PG&E Hosts Gas Certification Forum
At BIA|Bay Area’s request, PG&E representatives met with BIA members to provide updated information and answer questions about expanded gas certification requirements that go into effect on July 1, 2018. BIA members have had concerns about low passage rates on the written portion of the new English-only test, especially for workers whose first language is not English. The new regulations also mandate higher ratios of certified workers to trainees on specific tasks out in the field. Following the meeting, BIA will continue to monitor the situation, take input from members about potential mitigations and serve as a liaison to PG&E on the issue For more details from the meeting, see the attached slideshow prepared by PG&E Gas Certification Manager Josaphine Buennagel.
In the meantime, PG&E offers the following tips to avoid certification-related project delays:
1. Discuss certification requirements during your pre-construction meeting with PG&E. To obtain handouts that list the specific certification requirements for contractors and applicant installers, contact Josaphine Buennagel at JMTw@pge.com or 415-215-8772.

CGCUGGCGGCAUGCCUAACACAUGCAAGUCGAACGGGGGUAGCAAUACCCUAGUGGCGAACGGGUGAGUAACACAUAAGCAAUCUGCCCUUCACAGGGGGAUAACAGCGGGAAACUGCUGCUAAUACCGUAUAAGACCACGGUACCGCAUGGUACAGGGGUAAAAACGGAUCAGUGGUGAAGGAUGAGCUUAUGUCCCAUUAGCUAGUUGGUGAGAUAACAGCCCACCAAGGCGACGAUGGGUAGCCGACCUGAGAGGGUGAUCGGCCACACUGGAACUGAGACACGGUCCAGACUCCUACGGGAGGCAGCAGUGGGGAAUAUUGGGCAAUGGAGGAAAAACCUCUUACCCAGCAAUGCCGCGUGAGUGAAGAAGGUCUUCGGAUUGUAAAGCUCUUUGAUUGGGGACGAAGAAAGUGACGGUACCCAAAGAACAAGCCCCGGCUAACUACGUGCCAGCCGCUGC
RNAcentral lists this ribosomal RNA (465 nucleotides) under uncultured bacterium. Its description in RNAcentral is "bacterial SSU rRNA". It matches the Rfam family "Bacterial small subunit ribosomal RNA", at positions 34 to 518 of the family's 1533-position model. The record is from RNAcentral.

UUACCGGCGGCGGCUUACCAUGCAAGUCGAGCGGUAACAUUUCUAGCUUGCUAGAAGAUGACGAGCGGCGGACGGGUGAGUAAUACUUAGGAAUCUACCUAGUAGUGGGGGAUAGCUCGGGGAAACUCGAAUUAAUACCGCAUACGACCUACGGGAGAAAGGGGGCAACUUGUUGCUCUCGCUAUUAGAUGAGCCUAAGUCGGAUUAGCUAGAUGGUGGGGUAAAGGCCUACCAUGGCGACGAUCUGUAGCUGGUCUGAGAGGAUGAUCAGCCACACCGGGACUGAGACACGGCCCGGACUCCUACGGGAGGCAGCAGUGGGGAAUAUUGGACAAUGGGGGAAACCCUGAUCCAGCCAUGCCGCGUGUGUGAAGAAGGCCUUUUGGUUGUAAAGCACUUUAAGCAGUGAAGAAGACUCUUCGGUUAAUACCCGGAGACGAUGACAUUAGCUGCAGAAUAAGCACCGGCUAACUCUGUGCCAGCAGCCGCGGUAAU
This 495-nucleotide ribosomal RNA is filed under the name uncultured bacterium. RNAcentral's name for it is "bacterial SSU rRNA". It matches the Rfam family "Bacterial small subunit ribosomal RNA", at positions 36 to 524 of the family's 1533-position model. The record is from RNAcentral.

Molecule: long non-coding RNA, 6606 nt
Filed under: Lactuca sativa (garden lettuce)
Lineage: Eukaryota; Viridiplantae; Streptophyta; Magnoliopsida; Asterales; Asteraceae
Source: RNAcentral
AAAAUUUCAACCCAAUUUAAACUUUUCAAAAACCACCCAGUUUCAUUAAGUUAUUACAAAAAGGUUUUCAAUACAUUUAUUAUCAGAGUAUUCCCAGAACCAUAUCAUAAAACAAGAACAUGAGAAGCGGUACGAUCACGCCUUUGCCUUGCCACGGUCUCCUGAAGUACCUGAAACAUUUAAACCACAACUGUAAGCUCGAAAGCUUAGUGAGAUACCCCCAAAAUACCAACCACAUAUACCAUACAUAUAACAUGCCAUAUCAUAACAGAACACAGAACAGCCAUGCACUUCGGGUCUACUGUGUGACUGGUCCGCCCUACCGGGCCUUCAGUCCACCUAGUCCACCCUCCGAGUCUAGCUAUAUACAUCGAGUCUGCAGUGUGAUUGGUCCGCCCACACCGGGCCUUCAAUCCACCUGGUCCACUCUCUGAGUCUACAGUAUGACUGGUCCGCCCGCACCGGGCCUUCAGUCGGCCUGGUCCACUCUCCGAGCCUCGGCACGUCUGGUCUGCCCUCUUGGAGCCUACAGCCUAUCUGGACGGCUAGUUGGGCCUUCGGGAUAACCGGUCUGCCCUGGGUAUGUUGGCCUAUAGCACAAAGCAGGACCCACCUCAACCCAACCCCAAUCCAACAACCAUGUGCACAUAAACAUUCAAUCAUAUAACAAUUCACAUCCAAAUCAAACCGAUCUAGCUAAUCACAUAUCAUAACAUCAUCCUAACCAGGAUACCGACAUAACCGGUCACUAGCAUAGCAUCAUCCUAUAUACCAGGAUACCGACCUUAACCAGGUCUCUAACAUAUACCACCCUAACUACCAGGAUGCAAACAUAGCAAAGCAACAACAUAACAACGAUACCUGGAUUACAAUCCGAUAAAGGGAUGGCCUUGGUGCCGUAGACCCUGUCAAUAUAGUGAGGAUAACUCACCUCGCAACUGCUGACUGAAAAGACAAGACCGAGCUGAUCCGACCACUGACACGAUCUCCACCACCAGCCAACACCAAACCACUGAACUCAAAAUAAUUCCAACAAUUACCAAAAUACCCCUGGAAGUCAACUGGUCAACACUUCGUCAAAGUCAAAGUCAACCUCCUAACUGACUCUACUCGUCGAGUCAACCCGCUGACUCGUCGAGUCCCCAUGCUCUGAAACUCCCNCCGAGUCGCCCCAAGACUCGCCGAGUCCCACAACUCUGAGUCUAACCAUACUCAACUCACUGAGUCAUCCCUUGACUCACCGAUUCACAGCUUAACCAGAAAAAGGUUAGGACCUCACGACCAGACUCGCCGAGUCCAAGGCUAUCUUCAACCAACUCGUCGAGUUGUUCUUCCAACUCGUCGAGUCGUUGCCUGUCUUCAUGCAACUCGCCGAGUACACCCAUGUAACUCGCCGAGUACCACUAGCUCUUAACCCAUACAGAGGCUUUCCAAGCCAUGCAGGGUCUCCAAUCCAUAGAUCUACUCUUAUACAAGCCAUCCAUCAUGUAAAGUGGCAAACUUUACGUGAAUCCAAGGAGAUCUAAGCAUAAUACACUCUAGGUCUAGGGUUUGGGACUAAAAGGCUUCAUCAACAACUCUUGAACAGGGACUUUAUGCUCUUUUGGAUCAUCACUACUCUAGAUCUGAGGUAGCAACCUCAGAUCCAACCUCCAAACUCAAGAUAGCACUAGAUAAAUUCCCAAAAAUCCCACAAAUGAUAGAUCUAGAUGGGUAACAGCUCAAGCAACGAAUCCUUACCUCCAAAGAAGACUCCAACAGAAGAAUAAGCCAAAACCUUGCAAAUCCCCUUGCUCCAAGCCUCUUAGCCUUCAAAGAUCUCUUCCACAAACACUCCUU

2. Send employees to the testing center as soon as possible and have them take a shot at the test. This will leave more time for employees that fail the test to focus on their weak areas and retake the test before the deadline.
3. Employees should make use of PG&E’s study guides (available online) and schedule a time to observe someone going through the skills qualification portion of the test.
The California Public Utility Commission (CPUC) voted to add new residential construction to its gas certification regulation in 2017, a move that significantly expanded the program’s scope. Each utility is free to design its own certification program, however. PG&E representative Mike Bradley said the utility company tried using language translators for individuals who do not speak English but found they couldn’t distinguish between the knowledge of the test-taker and the translator. They also rejected offering the written test in multiple languages on safety grounds, noting that the regulations and safety protocols are in English.
In response to internal and external complaints, however, PG&E is developing a larger pool of questions for the written exam, which will eventually allow an individual more chances to demonstrate knowledge of all the key required areas. The utility does not tell the test-taker which question(s) he or she missed but does indicate which section of the regulation the question(s) originated.